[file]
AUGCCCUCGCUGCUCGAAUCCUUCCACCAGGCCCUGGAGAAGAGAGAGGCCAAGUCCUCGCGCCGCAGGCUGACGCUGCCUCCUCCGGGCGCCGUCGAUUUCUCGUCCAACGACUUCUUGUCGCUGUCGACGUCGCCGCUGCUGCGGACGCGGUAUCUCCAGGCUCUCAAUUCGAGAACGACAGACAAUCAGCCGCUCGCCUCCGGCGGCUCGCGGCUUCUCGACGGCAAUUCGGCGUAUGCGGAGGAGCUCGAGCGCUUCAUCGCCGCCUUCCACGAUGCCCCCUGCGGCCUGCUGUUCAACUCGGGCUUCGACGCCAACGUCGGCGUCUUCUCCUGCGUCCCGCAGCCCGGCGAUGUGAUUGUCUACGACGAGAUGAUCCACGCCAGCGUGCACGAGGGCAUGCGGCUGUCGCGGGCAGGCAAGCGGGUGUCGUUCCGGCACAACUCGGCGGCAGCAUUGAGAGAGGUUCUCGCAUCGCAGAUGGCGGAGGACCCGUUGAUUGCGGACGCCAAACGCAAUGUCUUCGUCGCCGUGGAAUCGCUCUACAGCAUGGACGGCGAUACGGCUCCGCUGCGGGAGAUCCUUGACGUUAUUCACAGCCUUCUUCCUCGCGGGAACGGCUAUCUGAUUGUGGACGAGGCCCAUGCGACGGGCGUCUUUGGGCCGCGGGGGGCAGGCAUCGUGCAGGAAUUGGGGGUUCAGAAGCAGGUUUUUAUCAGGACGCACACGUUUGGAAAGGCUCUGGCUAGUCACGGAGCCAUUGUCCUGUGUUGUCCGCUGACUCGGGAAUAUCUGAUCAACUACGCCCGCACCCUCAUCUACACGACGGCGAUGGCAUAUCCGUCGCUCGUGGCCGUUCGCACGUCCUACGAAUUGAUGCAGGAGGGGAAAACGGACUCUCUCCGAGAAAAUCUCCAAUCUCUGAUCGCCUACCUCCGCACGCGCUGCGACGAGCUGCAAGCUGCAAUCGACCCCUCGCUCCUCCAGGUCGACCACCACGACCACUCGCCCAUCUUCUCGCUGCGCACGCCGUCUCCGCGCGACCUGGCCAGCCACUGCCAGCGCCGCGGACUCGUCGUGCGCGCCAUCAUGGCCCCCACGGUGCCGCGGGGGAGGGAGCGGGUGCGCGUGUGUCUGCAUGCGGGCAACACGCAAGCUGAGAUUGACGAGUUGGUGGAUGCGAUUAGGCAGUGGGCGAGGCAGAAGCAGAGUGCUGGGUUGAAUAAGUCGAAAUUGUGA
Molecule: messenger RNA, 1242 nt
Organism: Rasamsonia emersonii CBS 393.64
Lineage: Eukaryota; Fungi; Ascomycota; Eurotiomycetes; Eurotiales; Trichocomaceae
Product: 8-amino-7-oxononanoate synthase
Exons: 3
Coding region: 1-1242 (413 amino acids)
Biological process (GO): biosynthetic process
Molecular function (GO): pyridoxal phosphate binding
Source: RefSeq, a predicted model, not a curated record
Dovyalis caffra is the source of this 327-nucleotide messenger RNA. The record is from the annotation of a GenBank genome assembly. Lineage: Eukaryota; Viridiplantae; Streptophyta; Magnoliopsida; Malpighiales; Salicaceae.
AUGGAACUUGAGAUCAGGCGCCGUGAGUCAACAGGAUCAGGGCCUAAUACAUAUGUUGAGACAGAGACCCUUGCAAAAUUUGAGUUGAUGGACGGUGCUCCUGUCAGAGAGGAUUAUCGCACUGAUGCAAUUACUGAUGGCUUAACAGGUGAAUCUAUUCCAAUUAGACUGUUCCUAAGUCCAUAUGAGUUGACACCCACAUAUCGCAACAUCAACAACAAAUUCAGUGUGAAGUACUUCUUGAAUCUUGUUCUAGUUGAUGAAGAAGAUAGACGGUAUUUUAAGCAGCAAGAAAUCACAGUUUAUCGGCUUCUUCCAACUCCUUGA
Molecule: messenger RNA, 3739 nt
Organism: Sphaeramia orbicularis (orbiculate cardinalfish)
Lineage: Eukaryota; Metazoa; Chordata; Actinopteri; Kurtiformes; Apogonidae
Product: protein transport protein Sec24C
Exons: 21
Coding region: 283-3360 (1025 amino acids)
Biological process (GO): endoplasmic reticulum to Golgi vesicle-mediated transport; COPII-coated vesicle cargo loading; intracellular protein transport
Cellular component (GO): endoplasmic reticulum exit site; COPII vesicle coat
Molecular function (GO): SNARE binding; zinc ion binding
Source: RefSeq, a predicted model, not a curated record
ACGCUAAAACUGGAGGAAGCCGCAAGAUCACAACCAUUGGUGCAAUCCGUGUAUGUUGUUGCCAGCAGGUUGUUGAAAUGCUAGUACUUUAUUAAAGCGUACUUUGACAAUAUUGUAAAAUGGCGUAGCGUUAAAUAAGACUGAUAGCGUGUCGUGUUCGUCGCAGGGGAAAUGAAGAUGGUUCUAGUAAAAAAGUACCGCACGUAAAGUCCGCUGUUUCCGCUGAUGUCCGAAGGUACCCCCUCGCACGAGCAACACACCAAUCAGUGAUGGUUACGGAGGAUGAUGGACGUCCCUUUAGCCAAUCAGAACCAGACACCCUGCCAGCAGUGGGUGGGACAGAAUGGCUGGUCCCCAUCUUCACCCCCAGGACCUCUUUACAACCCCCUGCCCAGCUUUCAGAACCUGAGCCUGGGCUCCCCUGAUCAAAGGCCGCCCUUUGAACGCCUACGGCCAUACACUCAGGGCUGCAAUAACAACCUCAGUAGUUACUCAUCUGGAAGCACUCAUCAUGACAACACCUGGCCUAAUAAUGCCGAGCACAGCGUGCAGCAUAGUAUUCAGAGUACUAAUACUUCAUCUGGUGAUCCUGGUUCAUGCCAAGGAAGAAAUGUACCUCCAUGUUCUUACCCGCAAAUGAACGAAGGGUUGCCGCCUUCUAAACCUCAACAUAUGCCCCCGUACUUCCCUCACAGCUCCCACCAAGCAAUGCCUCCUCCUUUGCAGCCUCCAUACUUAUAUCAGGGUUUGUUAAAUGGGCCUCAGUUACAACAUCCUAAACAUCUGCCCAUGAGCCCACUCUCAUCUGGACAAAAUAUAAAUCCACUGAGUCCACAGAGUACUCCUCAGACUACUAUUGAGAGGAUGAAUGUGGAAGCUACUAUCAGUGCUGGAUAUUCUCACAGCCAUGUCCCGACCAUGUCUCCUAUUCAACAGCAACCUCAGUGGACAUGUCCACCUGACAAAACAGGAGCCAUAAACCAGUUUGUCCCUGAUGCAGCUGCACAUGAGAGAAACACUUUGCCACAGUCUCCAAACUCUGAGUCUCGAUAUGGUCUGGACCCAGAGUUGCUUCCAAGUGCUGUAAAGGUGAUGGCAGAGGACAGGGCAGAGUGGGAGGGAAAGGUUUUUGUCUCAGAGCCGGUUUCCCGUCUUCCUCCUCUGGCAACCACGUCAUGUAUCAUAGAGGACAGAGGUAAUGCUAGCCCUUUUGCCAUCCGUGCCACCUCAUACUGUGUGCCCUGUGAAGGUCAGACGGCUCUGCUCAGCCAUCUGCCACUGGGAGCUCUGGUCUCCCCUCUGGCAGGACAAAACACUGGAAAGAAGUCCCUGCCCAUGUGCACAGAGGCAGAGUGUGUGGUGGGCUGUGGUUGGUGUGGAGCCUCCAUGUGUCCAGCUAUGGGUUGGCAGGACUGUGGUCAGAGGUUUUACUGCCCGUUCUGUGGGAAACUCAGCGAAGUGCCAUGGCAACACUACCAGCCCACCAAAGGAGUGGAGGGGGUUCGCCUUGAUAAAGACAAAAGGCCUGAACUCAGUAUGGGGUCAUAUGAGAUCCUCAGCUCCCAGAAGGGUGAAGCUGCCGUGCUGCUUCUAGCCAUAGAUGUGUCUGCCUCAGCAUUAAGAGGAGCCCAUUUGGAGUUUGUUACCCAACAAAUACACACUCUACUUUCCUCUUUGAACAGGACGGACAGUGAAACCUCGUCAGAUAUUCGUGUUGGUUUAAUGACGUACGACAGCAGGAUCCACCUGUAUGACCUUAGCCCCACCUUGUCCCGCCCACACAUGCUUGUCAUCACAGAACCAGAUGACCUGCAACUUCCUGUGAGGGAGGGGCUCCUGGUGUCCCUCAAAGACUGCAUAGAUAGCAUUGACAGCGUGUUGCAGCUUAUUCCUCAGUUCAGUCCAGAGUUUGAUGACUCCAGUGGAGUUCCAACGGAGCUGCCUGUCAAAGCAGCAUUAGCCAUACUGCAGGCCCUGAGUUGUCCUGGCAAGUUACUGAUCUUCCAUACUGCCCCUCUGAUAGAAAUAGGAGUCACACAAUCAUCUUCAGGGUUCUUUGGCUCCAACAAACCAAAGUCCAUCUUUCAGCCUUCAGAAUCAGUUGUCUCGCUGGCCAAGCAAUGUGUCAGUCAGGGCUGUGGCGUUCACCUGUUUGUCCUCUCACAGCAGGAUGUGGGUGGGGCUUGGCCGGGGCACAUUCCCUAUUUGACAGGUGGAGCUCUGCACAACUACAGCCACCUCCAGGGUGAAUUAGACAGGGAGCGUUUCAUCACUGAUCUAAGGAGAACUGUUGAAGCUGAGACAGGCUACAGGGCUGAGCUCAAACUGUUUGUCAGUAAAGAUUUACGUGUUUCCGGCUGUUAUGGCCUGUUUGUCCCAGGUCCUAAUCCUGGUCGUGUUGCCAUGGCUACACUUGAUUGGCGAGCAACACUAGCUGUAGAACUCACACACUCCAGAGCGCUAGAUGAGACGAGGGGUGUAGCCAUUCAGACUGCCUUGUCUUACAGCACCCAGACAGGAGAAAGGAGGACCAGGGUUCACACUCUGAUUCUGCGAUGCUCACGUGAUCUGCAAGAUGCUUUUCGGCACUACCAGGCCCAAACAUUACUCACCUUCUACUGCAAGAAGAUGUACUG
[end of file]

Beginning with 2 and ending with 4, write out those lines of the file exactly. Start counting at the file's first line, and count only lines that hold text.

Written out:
Molecule: messenger RNA, 1242 nt
Organism: Rasamsonia emersonii CBS 393.64
Lineage: Eukaryota; Fungi; Ascomycota; Eurotiomycetes; Eurotiales; Trichocomaceae